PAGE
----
The Conference Board analysts say the question isn’t why China will slow, but why anyone thinks it won’t
Tablets remain a problem in a record-breaking quarter
From Michael Dunn's trial in Florida to discord over open-carry laws in Colorado, the debate about gun control has driven Americans to indulge their worst behavior
The company misses earnings forecasts, drops its 2015 profit goal, and regroups
Chinese millionaires are moving in—and building up—in Arcadia, Calif.
A new book surveys the best places to hide out from the digital world
The two tech giants fight over market share and patents but not over the NBA superstar
Harvard Law School graduates make more money than alumni of any other graduate or professional school. That doesn't mean all lawyers fare well
Small businesses are changing hands at the fastest pace since the recession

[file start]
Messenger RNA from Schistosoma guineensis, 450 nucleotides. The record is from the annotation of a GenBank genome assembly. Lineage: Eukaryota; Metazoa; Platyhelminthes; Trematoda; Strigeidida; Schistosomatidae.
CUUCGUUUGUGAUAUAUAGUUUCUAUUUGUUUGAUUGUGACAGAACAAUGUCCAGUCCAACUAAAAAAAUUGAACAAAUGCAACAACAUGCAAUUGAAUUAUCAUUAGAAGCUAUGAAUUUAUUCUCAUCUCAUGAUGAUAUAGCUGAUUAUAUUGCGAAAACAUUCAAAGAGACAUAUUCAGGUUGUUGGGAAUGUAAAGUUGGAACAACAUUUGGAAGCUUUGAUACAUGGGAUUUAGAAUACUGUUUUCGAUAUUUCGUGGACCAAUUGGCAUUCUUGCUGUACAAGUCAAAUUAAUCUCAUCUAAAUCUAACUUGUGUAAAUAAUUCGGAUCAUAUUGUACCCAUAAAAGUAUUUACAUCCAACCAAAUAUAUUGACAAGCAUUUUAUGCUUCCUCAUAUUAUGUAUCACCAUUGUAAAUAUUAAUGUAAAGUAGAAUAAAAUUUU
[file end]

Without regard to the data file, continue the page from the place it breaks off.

No one aspires to be a lousy manager. It's often the accumulation of little things—careless comments or hypocritical acts—that erodes camaraderie and trust. Fortunately, little things like a private gesture or kind word also set managers apart. So how can you strengthen your relationships? Start by learning what makes them tick. Are they looking for money, recognition, influence, or meaning? Who are their family members and pets? What are their interests? Most important, accept them for who they are. You won't mold everyone into a superstar, but steady performers bring equal value over the long haul.